- Strong environmental regulations: 56%
- High public spending: 55%
- Government "democratizes" private businesses — that is, gives workers control over them — to the greatest extent possible: 52%
- System dependent on dictatorship: 49%
- Workers own and control their places of employment: 48%
- Democratically elected government: 46%
5. Sneak Peek diary
The House expects to vote on Tuesday to hold Attorney General William Barr and Trump's former White House counsel Don McGahn in contempt for refusing to comply with congressional subpoenas, per a senior Democratic aide. (A long court fight will likely ensue.)
- House Democrats also plan to put a $1 trillion package of five spending bills on the floor on Wednesday, which will include "the two largest of the 12 annual appropriations bills: the defense bill and the labor, health and human services, and education bill. It will also include legislation covering energy and water, the State Department and foreign operations spending bills and funding for the legislative branch," per The Hill.
The Senate will confirm the following nominees, per a Republican leadership aide:
- Sarah Daggett Morrison as judge for the Southern District of Ohio.
- Pamela Barker as judge for the Northern District of Ohio.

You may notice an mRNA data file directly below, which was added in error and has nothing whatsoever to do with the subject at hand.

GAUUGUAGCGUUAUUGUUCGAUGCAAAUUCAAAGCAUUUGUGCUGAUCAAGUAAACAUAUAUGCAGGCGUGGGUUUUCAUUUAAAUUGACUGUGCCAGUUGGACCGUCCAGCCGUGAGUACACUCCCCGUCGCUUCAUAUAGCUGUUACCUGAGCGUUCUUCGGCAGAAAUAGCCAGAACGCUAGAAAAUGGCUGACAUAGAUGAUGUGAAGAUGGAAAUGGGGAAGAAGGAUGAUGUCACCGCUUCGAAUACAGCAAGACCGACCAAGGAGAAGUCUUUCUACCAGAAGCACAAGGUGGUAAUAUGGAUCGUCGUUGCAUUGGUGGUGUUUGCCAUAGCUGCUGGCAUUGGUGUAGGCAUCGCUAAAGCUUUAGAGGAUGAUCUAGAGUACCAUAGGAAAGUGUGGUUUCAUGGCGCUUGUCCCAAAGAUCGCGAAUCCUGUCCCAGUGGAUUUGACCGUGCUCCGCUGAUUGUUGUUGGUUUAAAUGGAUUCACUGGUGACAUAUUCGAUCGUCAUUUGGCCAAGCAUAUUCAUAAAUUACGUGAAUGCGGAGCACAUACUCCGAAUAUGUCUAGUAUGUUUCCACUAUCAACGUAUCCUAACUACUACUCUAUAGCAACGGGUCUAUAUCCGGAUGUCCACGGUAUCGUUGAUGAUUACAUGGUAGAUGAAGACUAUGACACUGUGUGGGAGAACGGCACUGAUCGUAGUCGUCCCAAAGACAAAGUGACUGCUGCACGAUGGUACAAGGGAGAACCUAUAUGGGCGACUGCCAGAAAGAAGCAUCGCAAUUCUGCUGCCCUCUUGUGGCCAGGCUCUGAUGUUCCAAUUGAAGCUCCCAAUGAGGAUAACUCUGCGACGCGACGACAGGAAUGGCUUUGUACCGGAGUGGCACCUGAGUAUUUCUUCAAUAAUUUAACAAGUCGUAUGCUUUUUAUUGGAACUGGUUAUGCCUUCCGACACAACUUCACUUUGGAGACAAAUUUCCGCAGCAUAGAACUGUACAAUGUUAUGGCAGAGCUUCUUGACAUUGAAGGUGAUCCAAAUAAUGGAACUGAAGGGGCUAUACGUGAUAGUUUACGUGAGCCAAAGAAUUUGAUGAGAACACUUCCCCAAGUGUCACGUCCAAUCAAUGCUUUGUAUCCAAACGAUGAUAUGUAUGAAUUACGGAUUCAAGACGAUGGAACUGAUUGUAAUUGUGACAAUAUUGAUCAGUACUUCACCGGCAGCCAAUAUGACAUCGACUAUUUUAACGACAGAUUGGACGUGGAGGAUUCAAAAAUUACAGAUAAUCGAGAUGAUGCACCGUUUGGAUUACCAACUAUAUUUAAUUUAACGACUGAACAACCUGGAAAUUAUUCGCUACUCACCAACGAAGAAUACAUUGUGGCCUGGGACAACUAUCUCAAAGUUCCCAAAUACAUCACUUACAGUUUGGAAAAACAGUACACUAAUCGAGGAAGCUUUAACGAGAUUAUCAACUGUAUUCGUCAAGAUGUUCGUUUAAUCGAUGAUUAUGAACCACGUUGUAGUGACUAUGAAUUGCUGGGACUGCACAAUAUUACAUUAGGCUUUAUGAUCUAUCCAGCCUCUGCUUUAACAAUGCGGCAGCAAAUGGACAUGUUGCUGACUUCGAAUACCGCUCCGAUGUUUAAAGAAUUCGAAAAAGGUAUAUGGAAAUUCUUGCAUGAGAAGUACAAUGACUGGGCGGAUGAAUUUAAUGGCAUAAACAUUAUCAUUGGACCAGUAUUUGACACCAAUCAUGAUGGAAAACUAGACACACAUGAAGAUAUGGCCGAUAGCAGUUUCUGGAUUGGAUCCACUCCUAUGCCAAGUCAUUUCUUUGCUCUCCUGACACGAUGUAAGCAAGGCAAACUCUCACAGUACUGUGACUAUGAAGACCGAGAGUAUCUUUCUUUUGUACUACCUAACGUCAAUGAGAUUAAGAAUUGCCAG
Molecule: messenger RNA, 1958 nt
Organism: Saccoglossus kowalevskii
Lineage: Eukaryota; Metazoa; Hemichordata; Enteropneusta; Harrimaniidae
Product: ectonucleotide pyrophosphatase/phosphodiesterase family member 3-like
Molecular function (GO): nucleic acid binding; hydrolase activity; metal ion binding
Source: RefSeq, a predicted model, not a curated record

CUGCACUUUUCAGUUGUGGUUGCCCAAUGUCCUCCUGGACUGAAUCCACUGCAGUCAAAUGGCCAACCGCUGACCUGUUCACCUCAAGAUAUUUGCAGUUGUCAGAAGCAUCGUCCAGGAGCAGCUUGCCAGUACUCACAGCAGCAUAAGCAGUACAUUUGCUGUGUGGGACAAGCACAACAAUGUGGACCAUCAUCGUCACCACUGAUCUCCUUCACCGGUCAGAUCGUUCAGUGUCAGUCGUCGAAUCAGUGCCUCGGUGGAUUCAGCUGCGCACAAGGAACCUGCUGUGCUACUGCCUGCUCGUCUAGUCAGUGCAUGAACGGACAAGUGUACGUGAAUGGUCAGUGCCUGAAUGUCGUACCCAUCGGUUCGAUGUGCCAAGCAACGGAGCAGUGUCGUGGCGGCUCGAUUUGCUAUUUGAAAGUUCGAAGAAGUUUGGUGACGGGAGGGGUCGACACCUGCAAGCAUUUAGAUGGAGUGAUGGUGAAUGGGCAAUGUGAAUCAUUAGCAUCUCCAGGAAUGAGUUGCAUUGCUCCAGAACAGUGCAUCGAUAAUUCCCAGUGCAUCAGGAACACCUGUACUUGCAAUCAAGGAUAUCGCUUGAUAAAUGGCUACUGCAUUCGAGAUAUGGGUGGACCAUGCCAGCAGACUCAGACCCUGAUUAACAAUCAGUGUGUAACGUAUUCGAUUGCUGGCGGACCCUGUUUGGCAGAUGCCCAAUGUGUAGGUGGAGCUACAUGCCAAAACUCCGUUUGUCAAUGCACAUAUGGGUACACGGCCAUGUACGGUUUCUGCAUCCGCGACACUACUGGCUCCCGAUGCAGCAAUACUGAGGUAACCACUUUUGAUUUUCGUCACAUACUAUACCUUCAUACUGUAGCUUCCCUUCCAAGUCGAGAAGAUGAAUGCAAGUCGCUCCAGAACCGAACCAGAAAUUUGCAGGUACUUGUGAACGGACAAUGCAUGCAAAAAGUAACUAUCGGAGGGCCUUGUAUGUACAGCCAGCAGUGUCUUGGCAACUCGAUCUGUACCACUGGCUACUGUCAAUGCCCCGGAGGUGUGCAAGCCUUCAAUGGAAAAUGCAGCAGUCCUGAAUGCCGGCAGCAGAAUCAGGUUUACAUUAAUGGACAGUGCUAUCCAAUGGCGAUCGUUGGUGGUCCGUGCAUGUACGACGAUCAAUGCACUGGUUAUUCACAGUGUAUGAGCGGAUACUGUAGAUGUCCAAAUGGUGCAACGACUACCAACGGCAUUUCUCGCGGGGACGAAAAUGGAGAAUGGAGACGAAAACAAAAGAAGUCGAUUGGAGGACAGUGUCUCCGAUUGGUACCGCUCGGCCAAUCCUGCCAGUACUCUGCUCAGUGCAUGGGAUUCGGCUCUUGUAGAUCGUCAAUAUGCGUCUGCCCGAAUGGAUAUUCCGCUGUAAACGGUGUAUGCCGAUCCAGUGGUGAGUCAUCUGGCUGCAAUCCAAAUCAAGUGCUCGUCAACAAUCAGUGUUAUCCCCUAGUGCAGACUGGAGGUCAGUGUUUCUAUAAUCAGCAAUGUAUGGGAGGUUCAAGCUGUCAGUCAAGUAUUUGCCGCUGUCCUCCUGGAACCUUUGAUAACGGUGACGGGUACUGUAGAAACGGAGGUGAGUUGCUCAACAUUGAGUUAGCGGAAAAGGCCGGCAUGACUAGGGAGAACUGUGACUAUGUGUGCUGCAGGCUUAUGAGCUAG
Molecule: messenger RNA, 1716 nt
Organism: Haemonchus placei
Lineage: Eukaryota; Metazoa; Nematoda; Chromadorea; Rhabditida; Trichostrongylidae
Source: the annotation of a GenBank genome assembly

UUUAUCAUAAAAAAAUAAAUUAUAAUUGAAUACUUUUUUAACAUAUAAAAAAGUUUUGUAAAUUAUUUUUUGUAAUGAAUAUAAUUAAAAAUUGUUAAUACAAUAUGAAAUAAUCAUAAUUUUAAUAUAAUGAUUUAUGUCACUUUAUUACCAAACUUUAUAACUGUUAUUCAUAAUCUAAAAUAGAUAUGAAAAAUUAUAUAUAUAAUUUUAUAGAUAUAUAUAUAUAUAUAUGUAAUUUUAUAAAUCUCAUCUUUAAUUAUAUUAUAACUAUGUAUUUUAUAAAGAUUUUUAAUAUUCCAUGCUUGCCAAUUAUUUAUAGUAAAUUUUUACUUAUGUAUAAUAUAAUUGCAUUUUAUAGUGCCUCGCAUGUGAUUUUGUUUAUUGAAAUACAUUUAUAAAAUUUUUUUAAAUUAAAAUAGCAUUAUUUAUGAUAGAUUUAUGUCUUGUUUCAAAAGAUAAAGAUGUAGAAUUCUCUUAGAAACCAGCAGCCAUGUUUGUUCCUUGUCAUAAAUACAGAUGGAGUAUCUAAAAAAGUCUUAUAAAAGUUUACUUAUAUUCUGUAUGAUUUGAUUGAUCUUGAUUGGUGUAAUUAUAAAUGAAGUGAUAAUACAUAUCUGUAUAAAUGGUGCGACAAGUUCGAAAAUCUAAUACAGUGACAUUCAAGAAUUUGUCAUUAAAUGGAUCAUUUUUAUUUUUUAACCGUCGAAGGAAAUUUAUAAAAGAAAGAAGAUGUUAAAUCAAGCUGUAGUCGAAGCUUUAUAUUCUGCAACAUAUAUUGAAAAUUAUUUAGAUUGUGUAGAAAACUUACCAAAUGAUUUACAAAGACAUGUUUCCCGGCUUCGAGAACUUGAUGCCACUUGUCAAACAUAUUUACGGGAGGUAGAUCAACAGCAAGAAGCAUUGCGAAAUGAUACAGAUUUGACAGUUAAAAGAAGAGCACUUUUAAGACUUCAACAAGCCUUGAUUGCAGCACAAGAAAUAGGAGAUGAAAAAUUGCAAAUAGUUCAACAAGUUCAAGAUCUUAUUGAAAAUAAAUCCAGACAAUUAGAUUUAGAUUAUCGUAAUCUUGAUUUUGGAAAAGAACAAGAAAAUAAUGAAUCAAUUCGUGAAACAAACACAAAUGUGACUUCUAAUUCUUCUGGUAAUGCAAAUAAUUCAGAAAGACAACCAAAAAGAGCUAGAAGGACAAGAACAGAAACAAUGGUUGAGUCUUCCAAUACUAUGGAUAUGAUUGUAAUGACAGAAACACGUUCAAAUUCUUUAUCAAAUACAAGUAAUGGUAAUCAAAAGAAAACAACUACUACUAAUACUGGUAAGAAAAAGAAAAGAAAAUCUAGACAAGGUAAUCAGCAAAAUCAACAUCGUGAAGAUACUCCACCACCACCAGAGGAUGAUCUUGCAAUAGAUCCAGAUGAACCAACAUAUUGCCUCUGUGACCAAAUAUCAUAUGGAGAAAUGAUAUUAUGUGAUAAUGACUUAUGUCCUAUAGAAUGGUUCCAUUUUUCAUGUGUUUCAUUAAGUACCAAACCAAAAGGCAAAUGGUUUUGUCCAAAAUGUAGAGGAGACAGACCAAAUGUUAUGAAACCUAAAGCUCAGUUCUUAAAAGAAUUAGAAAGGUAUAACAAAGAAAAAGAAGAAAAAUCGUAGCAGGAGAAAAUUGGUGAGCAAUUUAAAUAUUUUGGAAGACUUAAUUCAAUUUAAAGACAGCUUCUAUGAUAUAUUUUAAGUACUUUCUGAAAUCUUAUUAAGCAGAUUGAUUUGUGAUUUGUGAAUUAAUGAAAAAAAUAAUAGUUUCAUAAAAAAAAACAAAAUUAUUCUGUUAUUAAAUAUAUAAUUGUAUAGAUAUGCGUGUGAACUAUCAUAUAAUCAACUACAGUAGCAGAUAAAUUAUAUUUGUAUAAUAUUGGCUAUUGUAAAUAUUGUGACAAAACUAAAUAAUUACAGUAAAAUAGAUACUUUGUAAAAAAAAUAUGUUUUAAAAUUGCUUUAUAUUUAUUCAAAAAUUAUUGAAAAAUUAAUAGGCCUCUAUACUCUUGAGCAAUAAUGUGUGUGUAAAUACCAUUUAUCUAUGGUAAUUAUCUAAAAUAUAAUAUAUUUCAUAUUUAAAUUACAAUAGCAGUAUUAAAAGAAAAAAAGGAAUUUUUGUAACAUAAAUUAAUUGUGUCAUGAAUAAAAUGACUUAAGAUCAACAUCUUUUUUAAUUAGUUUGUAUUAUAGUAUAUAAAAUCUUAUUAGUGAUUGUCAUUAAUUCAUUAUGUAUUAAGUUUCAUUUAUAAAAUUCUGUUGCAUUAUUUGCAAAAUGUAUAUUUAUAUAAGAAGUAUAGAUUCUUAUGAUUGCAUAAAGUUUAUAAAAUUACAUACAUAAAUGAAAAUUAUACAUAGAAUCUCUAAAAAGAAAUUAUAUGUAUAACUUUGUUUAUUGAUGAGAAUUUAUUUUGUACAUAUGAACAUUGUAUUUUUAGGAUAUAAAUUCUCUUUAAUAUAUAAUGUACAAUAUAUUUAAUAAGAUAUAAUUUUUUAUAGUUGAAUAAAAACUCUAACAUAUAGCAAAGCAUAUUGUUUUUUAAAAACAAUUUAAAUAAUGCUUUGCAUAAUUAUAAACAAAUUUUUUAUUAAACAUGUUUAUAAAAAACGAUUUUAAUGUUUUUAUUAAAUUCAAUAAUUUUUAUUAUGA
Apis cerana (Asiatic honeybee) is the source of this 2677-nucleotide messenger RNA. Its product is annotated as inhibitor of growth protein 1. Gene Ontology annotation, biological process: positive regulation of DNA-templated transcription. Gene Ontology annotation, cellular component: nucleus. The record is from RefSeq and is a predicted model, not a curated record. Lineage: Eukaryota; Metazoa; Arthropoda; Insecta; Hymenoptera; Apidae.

- Corey Landon Maze as judge for the Northern District of Alabama.
- Rodney Smith as judge for the Southern District of Florida.
- Thomas Barber as judge for the Middle District of Florida.
- Jean-Paul Boulee as judge for the Northern District of Georgia.
- David Stilwell as assistant secretary of State (East Asian and Pacific Affairs).
- Edward Crawford as ambassador to Ireland.
President Trump's schedule, per a White House official:
- Monday: Trump will have lunch with Mike Pence, join a meeting on Major League Baseball's efforts to fight human trafficking, and meet with the 103rd Indianapolis 500 Champions: Team Penske.
- Tuesday: Trump will travel to Iowa. He'll tour Southwest Iowa Renewable Energy in Council Bluffs and will give remarks about renewable energy. He'll also, per the Des Moines Register, "attend a fundraiser for the Republican Party of Iowa."
- Wednesday: The president and first lady will meet with the Polish president and first lady. Trump will then have "an expanded working lunch" with the Polish president; two leaders will hold a joint press conference.
- Friday: Trump will have lunch with Secretary of State Mike Pompeo.